The meta-analysis in the December 3 edition of JAMA looks set to reignite debate about the value of brandname medicines where generic equivalents are available.
JAMA notes that a number of editorials have suggested that that doctors should not consider generics and branded medicines interchangeable, even though the generic has been deemed ‘bioequivalent’ by the US Food and Drug Administration (FDA).
“There is concern among patients and physicians that brand-name drugs may be clinically superior to generic drugs,” said the authors, headed by William Shrank of Brigham and Women's Hospital, Harvard Medical School, Boston, Massachusetts.
Conceptually, some patients and even some doctors have difficulty believing that a generic that costs a tenth of the cost of the brandname version can be as effective, even though the FDA has reviewed and approved a data dossier indicating just that.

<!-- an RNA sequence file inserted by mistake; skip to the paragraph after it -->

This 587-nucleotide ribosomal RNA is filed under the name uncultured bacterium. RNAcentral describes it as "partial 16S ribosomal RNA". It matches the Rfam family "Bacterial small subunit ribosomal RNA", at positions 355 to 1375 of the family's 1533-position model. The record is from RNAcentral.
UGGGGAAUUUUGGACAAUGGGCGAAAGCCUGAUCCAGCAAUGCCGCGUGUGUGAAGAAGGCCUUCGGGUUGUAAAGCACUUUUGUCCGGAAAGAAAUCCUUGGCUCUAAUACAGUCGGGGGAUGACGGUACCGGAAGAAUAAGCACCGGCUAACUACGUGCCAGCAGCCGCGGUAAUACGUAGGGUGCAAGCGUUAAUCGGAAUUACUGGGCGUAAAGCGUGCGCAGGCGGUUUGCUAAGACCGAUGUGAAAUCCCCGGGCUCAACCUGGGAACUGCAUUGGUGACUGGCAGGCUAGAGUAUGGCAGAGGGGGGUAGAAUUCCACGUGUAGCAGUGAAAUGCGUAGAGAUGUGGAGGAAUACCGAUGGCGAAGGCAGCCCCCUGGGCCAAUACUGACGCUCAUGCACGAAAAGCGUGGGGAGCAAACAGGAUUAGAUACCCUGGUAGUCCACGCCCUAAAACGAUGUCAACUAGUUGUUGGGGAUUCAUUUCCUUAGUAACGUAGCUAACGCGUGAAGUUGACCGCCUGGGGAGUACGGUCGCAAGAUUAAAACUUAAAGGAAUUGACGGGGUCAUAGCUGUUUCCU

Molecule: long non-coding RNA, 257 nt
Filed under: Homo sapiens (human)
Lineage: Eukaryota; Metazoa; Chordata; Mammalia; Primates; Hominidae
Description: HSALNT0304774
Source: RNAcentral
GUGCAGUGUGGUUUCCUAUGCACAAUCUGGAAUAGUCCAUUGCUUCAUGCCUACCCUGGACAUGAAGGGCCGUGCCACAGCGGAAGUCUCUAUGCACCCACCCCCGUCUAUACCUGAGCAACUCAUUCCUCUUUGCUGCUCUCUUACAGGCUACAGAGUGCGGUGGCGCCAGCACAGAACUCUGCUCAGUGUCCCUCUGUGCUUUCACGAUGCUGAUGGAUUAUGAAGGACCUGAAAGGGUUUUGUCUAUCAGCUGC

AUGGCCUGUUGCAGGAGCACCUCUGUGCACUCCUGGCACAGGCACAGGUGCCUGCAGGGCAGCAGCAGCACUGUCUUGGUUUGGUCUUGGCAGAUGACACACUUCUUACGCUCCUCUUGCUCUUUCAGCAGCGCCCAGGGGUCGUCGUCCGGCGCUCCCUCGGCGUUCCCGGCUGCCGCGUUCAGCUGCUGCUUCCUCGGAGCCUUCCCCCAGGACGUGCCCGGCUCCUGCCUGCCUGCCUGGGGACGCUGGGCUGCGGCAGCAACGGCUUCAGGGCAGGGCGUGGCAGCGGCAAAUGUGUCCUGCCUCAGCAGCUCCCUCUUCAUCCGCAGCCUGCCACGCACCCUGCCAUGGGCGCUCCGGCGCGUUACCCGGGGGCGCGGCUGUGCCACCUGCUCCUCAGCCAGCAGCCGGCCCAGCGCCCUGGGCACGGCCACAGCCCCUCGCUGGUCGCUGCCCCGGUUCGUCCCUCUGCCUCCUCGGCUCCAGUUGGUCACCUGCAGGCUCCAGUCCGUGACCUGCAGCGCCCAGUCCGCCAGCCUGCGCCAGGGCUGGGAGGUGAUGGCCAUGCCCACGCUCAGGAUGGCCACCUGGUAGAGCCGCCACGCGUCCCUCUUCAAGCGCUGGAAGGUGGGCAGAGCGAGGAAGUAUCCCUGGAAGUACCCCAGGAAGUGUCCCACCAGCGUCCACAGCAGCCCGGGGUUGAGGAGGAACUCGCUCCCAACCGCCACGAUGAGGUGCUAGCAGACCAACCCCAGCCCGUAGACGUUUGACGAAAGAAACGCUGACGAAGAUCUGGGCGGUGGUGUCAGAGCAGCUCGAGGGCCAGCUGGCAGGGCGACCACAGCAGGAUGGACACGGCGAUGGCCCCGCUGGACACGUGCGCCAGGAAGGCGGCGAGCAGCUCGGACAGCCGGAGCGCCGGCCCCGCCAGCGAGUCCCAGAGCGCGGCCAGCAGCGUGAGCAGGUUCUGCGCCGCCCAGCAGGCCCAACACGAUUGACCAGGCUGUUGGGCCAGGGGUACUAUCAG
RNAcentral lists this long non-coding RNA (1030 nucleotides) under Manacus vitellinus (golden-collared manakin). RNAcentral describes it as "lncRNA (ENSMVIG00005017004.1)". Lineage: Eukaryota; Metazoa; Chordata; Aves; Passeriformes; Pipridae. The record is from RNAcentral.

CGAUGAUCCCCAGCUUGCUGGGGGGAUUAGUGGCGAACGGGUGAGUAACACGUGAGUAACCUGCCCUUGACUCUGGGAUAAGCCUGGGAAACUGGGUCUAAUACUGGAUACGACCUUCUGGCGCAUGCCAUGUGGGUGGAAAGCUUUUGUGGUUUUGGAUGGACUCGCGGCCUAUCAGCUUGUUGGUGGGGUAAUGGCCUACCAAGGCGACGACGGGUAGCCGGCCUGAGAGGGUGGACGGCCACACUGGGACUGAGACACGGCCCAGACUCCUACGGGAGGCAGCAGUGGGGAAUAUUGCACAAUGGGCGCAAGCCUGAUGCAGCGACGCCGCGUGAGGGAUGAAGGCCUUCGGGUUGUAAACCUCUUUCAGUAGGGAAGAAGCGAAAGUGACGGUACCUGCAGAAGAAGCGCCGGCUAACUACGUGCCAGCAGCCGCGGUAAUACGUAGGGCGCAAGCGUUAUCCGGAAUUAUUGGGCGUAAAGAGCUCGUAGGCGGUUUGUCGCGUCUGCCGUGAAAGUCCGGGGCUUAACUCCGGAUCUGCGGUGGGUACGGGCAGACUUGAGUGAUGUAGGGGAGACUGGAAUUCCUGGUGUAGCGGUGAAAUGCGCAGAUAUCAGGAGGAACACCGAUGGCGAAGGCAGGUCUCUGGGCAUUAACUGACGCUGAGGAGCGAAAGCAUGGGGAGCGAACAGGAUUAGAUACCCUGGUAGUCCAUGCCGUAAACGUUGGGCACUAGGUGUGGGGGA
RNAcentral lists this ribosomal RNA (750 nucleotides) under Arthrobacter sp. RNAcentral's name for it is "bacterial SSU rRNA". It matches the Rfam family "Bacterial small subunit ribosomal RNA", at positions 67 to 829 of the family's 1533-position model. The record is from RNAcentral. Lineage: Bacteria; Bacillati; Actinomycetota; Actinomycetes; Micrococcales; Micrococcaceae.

But “evidence does not support the notion that brand-name drugs used in cardiovascular disease are superior to generic drugs,” conclude the authors.
They looked at 47 articles covering nine subclasses of cardiovascular medications in their analysis, and found that in almost all cases the generics performed as well as the branded medicines in randomised clinical trials.
Clinical equivalence was seen in seven of seven studies on beta-blockers, 10 of 11 trials involving diuretics, and five of seven trials of calcium channel blockers. Similarly, 100 per cent of the studies of antiplatelet agents, angiotensin-converting enzyme (ACE) inhibitors, and alpha-blockers found the drugs were interchangeable.
The same applied for drug with a narrow therapeutic index drugs. Clinical equivalence was reported in one trial involving class 1 antiarrhythmic agents and five out of five trials of warfarin.
Despite this body of clinical evidence, the authors say that a majority (53 per cent) of 43 editorials reviewed in the analysis expressed a negative view of generic drug substitution.
Ken Johnson, senior vice president of industry body Pharmaceutical Research and Manufacturers of America (PhRMA), said that the idea that brandname medicines drive up the cost of medicines is “fatally flawed.”
“The US already has one of the highest rates of generic drug use in developed countries,” he pointed out, with nearly seven out of every 10 prescriptions filled with a generic drug according to IMS data.